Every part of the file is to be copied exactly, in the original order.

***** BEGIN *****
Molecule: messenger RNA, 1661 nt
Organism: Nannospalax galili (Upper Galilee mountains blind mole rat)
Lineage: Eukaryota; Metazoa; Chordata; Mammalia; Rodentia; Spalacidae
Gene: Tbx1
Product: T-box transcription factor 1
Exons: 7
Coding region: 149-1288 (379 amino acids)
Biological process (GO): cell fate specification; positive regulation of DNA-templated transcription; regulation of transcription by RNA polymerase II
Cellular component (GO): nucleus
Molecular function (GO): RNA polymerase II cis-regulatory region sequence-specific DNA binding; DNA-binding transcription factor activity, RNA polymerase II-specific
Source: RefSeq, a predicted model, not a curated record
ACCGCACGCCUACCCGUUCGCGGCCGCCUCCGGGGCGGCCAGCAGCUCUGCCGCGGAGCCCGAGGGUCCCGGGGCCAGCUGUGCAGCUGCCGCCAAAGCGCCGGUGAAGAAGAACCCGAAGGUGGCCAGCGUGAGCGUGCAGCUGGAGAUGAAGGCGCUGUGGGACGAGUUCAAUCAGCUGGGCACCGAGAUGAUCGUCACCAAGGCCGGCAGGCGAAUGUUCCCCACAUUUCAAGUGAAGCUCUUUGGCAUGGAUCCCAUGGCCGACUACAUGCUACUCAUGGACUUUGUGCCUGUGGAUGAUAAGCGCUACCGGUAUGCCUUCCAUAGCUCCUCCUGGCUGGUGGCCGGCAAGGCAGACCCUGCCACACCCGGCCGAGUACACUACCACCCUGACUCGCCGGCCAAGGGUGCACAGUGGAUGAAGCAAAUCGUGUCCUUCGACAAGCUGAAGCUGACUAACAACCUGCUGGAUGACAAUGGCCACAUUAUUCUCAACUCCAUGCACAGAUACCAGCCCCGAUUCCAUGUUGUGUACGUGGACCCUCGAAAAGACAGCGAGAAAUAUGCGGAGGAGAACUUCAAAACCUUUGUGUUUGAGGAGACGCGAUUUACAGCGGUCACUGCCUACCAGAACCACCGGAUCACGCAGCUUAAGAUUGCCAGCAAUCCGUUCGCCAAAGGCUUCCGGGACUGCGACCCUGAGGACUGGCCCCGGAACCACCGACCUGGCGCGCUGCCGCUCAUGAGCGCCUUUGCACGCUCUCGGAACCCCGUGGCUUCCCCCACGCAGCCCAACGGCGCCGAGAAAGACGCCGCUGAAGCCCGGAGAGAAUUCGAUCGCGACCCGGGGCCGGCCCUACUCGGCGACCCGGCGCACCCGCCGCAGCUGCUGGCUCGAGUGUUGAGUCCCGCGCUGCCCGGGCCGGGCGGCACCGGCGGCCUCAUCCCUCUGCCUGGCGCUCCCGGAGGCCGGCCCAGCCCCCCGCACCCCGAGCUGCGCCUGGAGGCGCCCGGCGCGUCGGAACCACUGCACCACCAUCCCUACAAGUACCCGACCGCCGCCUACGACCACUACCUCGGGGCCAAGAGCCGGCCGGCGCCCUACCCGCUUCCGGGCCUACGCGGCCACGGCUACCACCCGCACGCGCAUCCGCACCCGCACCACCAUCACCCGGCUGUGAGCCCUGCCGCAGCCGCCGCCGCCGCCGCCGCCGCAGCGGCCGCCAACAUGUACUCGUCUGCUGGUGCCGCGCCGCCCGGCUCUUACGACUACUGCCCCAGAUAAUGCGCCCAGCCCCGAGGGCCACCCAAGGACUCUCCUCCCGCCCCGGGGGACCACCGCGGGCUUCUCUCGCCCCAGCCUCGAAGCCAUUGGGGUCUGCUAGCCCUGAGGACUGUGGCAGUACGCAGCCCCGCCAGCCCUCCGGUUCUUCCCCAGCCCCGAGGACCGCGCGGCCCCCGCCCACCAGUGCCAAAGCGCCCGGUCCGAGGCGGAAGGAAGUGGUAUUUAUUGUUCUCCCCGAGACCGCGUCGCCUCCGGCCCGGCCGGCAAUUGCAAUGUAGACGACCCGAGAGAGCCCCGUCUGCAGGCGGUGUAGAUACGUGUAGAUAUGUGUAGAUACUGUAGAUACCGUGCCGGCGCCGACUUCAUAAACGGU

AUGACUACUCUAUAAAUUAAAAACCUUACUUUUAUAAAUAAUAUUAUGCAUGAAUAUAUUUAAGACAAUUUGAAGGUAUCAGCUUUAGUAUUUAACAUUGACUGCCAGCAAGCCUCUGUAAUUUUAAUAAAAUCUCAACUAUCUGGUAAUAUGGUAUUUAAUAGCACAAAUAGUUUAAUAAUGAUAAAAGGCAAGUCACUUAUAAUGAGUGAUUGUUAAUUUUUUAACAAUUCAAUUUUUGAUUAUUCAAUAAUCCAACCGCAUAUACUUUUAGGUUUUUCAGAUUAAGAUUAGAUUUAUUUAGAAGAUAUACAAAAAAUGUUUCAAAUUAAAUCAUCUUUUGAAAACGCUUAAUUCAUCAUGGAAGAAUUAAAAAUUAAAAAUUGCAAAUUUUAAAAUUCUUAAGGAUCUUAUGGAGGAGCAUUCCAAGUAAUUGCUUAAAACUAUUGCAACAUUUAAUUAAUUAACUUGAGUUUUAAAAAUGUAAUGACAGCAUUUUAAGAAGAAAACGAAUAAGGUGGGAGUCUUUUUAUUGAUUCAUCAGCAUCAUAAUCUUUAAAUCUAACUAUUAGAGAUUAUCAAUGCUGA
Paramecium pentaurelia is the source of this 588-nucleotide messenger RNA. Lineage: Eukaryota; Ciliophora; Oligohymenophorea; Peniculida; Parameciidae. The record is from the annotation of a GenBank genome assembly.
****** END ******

Molecule: messenger RNA, 1661 nt
Organism: Nannospalax galili (Upper Galilee mountains blind mole rat)
Lineage: Eukaryota; Metazoa; Chordata; Mammalia; Rodentia; Spalacidae
Gene: Tbx1
Product: T-box transcription factor 1
Exons: 7
Coding region: 149-1288 (379 amino acids)
Biological process (GO): cell fate specification; positive regulation of DNA-templated transcription; regulation of transcription by RNA polymerase II
Cellular component (GO): nucleus
Molecular function (GO): RNA polymerase II cis-regulatory region sequence-specific DNA binding; DNA-binding transcription factor activity, RNA polymerase II-specific
Source: RefSeq, a predicted model, not a curated record
ACCGCACGCCUACCCGUUCGCGGCCGCCUCCGGGGCGGCCAGCAGCUCUGCCGCGGAGCCCGAGGGUCCCGGGGCCAGCUGUGCAGCUGCCGCCAAAGCGCCGGUGAAGAAGAACCCGAAGGUGGCCAGCGUGAGCGUGCAGCUGGAGAUGAAGGCGCUGUGGGACGAGUUCAAUCAGCUGGGCACCGAGAUGAUCGUCACCAAGGCCGGCAGGCGAAUGUUCCCCACAUUUCAAGUGAAGCUCUUUGGCAUGGAUCCCAUGGCCGACUACAUGCUACUCAUGGACUUUGUGCCUGUGGAUGAUAAGCGCUACCGGUAUGCCUUCCAUAGCUCCUCCUGGCUGGUGGCCGGCAAGGCAGACCCUGCCACACCCGGCCGAGUACACUACCACCCUGACUCGCCGGCCAAGGGUGCACAGUGGAUGAAGCAAAUCGUGUCCUUCGACAAGCUGAAGCUGACUAACAACCUGCUGGAUGACAAUGGCCACAUUAUUCUCAACUCCAUGCACAGAUACCAGCCCCGAUUCCAUGUUGUGUACGUGGACCCUCGAAAAGACAGCGAGAAAUAUGCGGAGGAGAACUUCAAAACCUUUGUGUUUGAGGAGACGCGAUUUACAGCGGUCACUGCCUACCAGAACCACCGGAUCACGCAGCUUAAGAUUGCCAGCAAUCCGUUCGCCAAAGGCUUCCGGGACUGCGACCCUGAGGACUGGCCCCGGAACCACCGACCUGGCGCGCUGCCGCUCAUGAGCGCCUUUGCACGCUCUCGGAACCCCGUGGCUUCCCCCACGCAGCCCAACGGCGCCGAGAAAGACGCCGCUGAAGCCCGGAGAGAAUUCGAUCGCGACCCGGGGCCGGCCCUACUCGGCGACCCGGCGCACCCGCCGCAGCUGCUGGCUCGAGUGUUGAGUCCCGCGCUGCCCGGGCCGGGCGGCACCGGCGGCCUCAUCCCUCUGCCUGGCGCUCCCGGAGGCCGGCCCAGCCCCCCGCACCCCGAGCUGCGCCUGGAGGCGCCCGGCGCGUCGGAACCACUGCACCACCAUCCCUACAAGUACCCGACCGCCGCCUACGACCACUACCUCGGGGCCAAGAGCCGGCCGGCGCCCUACCCGCUUCCGGGCCUACGCGGCCACGGCUACCACCCGCACGCGCAUCCGCACCCGCACCACCAUCACCCGGCUGUGAGCCCUGCCGCAGCCGCCGCCGCCGCCGCCGCCGCAGCGGCCGCCAACAUGUACUCGUCUGCUGGUGCCGCGCCGCCCGGCUCUUACGACUACUGCCCCAGAUAAUGCGCCCAGCCCCGAGGGCCACCCAAGGACUCUCCUCCCGCCCCGGGGGACCACCGCGGGCUUCUCUCGCCCCAGCCUCGAAGCCAUUGGGGUCUGCUAGCCCUGAGGACUGUGGCAGUACGCAGCCCCGCCAGCCCUCCGGUUCUUCCCCAGCCCCGAGGACCGCGCGGCCCCCGCCCACCAGUGCCAAAGCGCCCGGUCCGAGGCGGAAGGAAGUGGUAUUUAUUGUUCUCCCCGAGACCGCGUCGCCUCCGGCCCGGCCGGCAAUUGCAAUGUAGACGACCCGAGAGAGCCCCGUCUGCAGGCGGUGUAGAUACGUGUAGAUAUGUGUAGAUACUGUAGAUACCGUGCCGGCGCCGACUUCAUAAACGGU

AUGACUACUCUAUAAAUUAAAAACCUUACUUUUAUAAAUAAUAUUAUGCAUGAAUAUAUUUAAGACAAUUUGAAGGUAUCAGCUUUAGUAUUUAACAUUGACUGCCAGCAAGCCUCUGUAAUUUUAAUAAAAUCUCAACUAUCUGGUAAUAUGGUAUUUAAUAGCACAAAUAGUUUAAUAAUGAUAAAAGGCAAGUCACUUAUAAUGAGUGAUUGUUAAUUUUUUAACAAUUCAAUUUUUGAUUAUUCAAUAAUCCAACCGCAUAUACUUUUAGGUUUUUCAGAUUAAGAUUAGAUUUAUUUAGAAGAUAUACAAAAAAUGUUUCAAAUUAAAUCAUCUUUUGAAAACGCUUAAUUCAUCAUGGAAGAAUUAAAAAUUAAAAAUUGCAAAUUUUAAAAUUCUUAAGGAUCUUAUGGAGGAGCAUUCCAAGUAAUUGCUUAAAACUAUUGCAACAUUUAAUUAAUUAACUUGAGUUUUAAAAAUGUAAUGACAGCAUUUUAAGAAGAAAACGAAUAAGGUGGGAGUCUUUUUAUUGAUUCAUCAGCAUCAUAAUCUUUAAAUCUAACUAUUAGAGAUUAUCAAUGCUGA
Paramecium pentaurelia is the source of this 588-nucleotide messenger RNA. Lineage: Eukaryota; Ciliophora; Oligohymenophorea; Peniculida; Parameciidae. The record is from the annotation of a GenBank genome assembly.